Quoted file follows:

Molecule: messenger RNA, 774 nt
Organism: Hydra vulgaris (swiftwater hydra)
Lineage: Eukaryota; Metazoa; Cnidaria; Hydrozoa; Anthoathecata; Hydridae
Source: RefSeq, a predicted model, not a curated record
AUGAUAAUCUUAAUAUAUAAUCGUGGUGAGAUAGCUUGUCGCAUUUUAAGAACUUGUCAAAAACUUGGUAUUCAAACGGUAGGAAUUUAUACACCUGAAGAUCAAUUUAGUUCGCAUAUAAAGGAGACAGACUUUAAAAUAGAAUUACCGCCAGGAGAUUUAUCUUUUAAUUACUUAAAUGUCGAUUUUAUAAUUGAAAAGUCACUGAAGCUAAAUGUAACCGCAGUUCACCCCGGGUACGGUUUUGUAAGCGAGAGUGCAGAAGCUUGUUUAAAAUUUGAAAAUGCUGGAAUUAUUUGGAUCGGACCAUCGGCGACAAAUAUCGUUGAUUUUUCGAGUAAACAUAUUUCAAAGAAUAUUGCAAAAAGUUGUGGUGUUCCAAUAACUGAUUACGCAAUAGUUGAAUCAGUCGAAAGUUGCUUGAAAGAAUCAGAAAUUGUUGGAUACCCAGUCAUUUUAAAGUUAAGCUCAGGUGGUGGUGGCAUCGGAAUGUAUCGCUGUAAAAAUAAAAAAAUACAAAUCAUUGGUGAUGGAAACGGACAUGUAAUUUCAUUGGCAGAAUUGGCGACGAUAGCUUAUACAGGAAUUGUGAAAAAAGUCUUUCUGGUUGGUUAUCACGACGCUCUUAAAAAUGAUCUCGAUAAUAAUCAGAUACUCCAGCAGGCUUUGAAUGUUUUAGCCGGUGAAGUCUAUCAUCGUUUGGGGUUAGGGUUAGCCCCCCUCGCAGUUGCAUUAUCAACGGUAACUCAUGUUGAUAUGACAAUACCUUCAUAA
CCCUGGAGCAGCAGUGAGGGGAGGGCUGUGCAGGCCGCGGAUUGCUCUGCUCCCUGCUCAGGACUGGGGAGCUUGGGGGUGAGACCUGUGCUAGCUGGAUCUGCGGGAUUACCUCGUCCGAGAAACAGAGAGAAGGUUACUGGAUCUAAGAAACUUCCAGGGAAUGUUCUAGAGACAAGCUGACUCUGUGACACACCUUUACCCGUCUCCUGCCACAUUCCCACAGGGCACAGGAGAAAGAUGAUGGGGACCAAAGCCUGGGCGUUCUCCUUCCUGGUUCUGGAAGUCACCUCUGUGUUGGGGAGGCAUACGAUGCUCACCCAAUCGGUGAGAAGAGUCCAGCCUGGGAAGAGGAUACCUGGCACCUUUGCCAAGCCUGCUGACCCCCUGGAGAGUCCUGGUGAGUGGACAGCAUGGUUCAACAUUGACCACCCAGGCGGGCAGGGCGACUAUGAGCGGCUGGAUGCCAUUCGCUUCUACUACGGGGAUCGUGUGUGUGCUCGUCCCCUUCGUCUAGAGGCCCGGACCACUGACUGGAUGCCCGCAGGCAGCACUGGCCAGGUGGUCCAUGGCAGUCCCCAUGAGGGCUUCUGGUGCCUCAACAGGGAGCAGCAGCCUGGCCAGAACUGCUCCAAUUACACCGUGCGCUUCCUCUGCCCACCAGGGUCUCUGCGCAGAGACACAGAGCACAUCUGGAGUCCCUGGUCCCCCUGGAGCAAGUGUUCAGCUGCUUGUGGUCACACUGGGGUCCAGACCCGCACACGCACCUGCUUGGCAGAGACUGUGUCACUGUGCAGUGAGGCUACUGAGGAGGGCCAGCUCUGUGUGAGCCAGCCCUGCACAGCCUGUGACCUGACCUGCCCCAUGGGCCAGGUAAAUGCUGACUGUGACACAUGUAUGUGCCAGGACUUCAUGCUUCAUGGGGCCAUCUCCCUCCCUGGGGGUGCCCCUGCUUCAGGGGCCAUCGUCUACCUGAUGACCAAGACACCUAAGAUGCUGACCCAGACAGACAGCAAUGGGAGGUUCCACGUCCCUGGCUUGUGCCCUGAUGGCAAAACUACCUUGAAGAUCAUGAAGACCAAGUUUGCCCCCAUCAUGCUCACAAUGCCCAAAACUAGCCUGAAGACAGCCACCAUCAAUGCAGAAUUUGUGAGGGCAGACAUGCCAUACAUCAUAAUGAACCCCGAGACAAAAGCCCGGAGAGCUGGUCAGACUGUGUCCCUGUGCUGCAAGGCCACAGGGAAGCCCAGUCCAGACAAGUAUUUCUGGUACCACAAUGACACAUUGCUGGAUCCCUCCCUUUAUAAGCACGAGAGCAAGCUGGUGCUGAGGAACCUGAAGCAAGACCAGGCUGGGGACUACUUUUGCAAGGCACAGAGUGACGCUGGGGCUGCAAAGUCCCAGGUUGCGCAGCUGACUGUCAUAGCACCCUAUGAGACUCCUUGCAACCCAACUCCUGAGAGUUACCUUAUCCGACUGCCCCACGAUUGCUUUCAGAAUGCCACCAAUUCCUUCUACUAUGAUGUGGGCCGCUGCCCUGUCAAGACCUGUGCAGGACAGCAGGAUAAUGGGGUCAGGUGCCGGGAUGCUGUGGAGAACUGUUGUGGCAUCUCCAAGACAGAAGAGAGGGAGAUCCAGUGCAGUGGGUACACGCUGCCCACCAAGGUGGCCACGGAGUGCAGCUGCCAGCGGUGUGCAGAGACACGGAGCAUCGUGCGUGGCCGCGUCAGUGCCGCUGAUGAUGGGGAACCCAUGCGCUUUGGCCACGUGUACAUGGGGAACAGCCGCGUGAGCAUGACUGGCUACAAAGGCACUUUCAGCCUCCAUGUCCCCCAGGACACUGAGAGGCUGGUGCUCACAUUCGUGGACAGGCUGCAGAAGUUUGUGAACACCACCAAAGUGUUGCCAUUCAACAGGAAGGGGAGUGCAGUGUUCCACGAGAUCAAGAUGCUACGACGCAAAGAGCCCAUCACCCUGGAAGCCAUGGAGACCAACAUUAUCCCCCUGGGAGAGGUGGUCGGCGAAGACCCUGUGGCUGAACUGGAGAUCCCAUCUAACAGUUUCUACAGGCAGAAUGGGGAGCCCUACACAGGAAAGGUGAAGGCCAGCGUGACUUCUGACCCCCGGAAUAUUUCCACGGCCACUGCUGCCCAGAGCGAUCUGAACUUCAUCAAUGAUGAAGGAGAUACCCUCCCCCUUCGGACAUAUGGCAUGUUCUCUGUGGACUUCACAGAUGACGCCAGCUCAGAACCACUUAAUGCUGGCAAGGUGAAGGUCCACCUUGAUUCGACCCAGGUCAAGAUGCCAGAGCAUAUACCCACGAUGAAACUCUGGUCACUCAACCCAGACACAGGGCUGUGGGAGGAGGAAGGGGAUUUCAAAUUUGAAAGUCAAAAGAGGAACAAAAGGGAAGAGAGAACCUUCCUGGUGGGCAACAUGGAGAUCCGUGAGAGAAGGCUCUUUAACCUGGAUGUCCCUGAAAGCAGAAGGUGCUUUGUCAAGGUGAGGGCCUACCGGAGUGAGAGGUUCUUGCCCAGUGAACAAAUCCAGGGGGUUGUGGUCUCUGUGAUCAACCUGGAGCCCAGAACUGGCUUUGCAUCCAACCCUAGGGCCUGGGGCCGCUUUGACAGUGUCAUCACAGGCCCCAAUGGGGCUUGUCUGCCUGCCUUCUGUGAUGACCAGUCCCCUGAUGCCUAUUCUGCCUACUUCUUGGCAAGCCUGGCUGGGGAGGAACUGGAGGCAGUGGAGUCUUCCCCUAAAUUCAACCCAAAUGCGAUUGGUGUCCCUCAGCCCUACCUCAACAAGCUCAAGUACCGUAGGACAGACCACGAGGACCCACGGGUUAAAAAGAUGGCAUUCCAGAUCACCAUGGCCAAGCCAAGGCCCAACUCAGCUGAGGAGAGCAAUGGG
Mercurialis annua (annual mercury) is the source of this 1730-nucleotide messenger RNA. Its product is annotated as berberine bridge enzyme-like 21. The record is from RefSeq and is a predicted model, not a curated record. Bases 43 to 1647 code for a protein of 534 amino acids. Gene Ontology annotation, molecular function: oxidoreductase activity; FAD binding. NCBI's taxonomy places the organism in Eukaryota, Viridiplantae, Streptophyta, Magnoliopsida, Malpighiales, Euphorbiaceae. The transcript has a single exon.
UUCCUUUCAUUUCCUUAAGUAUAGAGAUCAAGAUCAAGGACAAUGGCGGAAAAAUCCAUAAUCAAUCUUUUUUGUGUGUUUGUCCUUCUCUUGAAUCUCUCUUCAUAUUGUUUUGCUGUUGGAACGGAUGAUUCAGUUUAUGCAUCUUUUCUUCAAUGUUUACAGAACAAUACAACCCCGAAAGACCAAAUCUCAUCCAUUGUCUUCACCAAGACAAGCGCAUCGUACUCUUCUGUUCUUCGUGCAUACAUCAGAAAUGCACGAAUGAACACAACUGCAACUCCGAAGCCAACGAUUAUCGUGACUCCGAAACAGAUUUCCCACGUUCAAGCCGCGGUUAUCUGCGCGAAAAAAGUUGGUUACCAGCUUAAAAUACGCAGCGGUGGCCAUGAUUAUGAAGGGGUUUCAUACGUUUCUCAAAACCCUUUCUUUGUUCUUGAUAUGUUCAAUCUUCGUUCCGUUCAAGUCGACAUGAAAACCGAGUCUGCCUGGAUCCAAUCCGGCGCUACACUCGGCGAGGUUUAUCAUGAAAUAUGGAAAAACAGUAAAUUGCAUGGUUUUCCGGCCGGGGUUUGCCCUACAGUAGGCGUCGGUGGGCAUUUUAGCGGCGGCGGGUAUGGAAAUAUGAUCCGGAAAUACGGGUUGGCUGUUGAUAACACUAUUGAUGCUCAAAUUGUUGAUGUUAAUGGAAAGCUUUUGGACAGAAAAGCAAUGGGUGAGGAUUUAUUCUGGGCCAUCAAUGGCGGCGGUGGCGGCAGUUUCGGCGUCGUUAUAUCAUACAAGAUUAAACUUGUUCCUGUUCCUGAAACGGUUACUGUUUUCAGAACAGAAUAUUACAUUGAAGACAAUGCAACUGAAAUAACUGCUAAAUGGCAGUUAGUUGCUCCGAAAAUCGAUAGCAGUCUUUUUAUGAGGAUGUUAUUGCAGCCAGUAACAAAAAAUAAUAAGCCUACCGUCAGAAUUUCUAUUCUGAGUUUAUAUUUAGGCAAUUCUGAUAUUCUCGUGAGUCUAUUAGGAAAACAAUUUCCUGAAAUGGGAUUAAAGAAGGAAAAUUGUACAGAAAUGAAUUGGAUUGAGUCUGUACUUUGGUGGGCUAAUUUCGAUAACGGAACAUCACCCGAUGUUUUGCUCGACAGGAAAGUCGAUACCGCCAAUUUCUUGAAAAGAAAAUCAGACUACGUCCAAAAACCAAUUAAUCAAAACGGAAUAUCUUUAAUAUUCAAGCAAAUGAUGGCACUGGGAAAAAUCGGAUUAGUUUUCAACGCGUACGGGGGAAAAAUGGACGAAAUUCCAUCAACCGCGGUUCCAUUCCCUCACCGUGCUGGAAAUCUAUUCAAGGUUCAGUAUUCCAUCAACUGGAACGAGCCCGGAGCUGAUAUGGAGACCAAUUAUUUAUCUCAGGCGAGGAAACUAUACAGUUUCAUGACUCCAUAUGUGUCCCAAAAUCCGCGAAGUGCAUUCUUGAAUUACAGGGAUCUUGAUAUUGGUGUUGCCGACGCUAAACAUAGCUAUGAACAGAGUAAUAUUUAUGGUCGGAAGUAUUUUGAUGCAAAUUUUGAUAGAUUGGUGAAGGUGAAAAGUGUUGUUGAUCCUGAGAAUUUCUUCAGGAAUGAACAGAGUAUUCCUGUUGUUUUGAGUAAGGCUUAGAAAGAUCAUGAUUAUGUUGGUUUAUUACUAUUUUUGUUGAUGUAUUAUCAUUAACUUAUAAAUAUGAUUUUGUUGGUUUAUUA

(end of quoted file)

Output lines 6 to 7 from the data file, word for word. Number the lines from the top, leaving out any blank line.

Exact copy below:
CCCUGGAGCAGCAGUGAGGGGAGGGCUGUGCAGGCCGCGGAUUGCUCUGCUCCCUGCUCAGGACUGGGGAGCUUGGGGGUGAGACCUGUGCUAGCUGGAUCUGCGGGAUUACCUCGUCCGAGAAACAGAGAGAAGGUUACUGGAUCUAAGAAACUUCCAGGGAAUGUUCUAGAGACAAGCUGACUCUGUGACACACCUUUACCCGUCUCCUGCCACAUUCCCACAGGGCACAGGAGAAAGAUGAUGGGGACCAAAGCCUGGGCGUUCUCCUUCCUGGUUCUGGAAGUCACCUCUGUGUUGGGGAGGCAUACGAUGCUCACCCAAUCGGUGAGAAGAGUCCAGCCUGGGAAGAGGAUACCUGGCACCUUUGCCAAGCCUGCUGACCCCCUGGAGAGUCCUGGUGAGUGGACAGCAUGGUUCAACAUUGACCACCCAGGCGGGCAGGGCGACUAUGAGCGGCUGGAUGCCAUUCGCUUCUACUACGGGGAUCGUGUGUGUGCUCGUCCCCUUCGUCUAGAGGCCCGGACCACUGACUGGAUGCCCGCAGGCAGCACUGGCCAGGUGGUCCAUGGCAGUCCCCAUGAGGGCUUCUGGUGCCUCAACAGGGAGCAGCAGCCUGGCCAGAACUGCUCCAAUUACACCGUGCGCUUCCUCUGCCCACCAGGGUCUCUGCGCAGAGACACAGAGCACAUCUGGAGUCCCUGGUCCCCCUGGAGCAAGUGUUCAGCUGCUUGUGGUCACACUGGGGUCCAGACCCGCACACGCACCUGCUUGGCAGAGACUGUGUCACUGUGCAGUGAGGCUACUGAGGAGGGCCAGCUCUGUGUGAGCCAGCCCUGCACAGCCUGUGACCUGACCUGCCCCAUGGGCCAGGUAAAUGCUGACUGUGACACAUGUAUGUGCCAGGACUUCAUGCUUCAUGGGGCCAUCUCCCUCCCUGGGGGUGCCCCUGCUUCAGGGGCCAUCGUCUACCUGAUGACCAAGACACCUAAGAUGCUGACCCAGACAGACAGCAAUGGGAGGUUCCACGUCCCUGGCUUGUGCCCUGAUGGCAAAACUACCUUGAAGAUCAUGAAGACCAAGUUUGCCCCCAUCAUGCUCACAAUGCCCAAAACUAGCCUGAAGACAGCCACCAUCAAUGCAGAAUUUGUGAGGGCAGACAUGCCAUACAUCAUAAUGAACCCCGAGACAAAAGCCCGGAGAGCUGGUCAGACUGUGUCCCUGUGCUGCAAGGCCACAGGGAAGCCCAGUCCAGACAAGUAUUUCUGGUACCACAAUGACACAUUGCUGGAUCCCUCCCUUUAUAAGCACGAGAGCAAGCUGGUGCUGAGGAACCUGAAGCAAGACCAGGCUGGGGACUACUUUUGCAAGGCACAGAGUGACGCUGGGGCUGCAAAGUCCCAGGUUGCGCAGCUGACUGUCAUAGCACCCUAUGAGACUCCUUGCAACCCAACUCCUGAGAGUUACCUUAUCCGACUGCCCCACGAUUGCUUUCAGAAUGCCACCAAUUCCUUCUACUAUGAUGUGGGCCGCUGCCCUGUCAAGACCUGUGCAGGACAGCAGGAUAAUGGGGUCAGGUGCCGGGAUGCUGUGGAGAACUGUUGUGGCAUCUCCAAGACAGAAGAGAGGGAGAUCCAGUGCAGUGGGUACACGCUGCCCACCAAGGUGGCCACGGAGUGCAGCUGCCAGCGGUGUGCAGAGACACGGAGCAUCGUGCGUGGCCGCGUCAGUGCCGCUGAUGAUGGGGAACCCAUGCGCUUUGGCCACGUGUACAUGGGGAACAGCCGCGUGAGCAUGACUGGCUACAAAGGCACUUUCAGCCUCCAUGUCCCCCAGGACACUGAGAGGCUGGUGCUCACAUUCGUGGACAGGCUGCAGAAGUUUGUGAACACCACCAAAGUGUUGCCAUUCAACAGGAAGGGGAGUGCAGUGUUCCACGAGAUCAAGAUGCUACGACGCAAAGAGCCCAUCACCCUGGAAGCCAUGGAGACCAACAUUAUCCCCCUGGGAGAGGUGGUCGGCGAAGACCCUGUGGCUGAACUGGAGAUCCCAUCUAACAGUUUCUACAGGCAGAAUGGGGAGCCCUACACAGGAAAGGUGAAGGCCAGCGUGACUUCUGACCCCCGGAAUAUUUCCACGGCCACUGCUGCCCAGAGCGAUCUGAACUUCAUCAAUGAUGAAGGAGAUACCCUCCCCCUUCGGACAUAUGGCAUGUUCUCUGUGGACUUCACAGAUGACGCCAGCUCAGAACCACUUAAUGCUGGCAAGGUGAAGGUCCACCUUGAUUCGACCCAGGUCAAGAUGCCAGAGCAUAUACCCACGAUGAAACUCUGGUCACUCAACCCAGACACAGGGCUGUGGGAGGAGGAAGGGGAUUUCAAAUUUGAAAGUCAAAAGAGGAACAAAAGGGAAGAGAGAACCUUCCUGGUGGGCAACAUGGAGAUCCGUGAGAGAAGGCUCUUUAACCUGGAUGUCCCUGAAAGCAGAAGGUGCUUUGUCAAGGUGAGGGCCUACCGGAGUGAGAGGUUCUUGCCCAGUGAACAAAUCCAGGGGGUUGUGGUCUCUGUGAUCAACCUGGAGCCCAGAACUGGCUUUGCAUCCAACCCUAGGGCCUGGGGCCGCUUUGACAGUGUCAUCACAGGCCCCAAUGGGGCUUGUCUGCCUGCCUUCUGUGAUGACCAGUCCCCUGAUGCCUAUUCUGCCUACUUCUUGGCAAGCCUGGCUGGGGAGGAACUGGAGGCAGUGGAGUCUUCCCCUAAAUUCAACCCAAAUGCGAUUGGUGUCCCUCAGCCCUACCUCAACAAGCUCAAGUACCGUAGGACAGACCACGAGGACCCACGGGUUAAAAAGAUGGCAUUCCAGAUCACCAUGGCCAAGCCAAGGCCCAACUCAGCUGAGGAGAGCAAUGGG
Mercurialis annua (annual mercury) is the source of this 1730-nucleotide messenger RNA. Its product is annotated as berberine bridge enzyme-like 21. The record is from RefSeq and is a predicted model, not a curated record. Bases 43 to 1647 code for a protein of 534 amino acids. Gene Ontology annotation, molecular function: oxidoreductase activity; FAD binding. NCBI's taxonomy places the organism in Eukaryota, Viridiplantae, Streptophyta, Magnoliopsida, Malpighiales, Euphorbiaceae. The transcript has a single exon.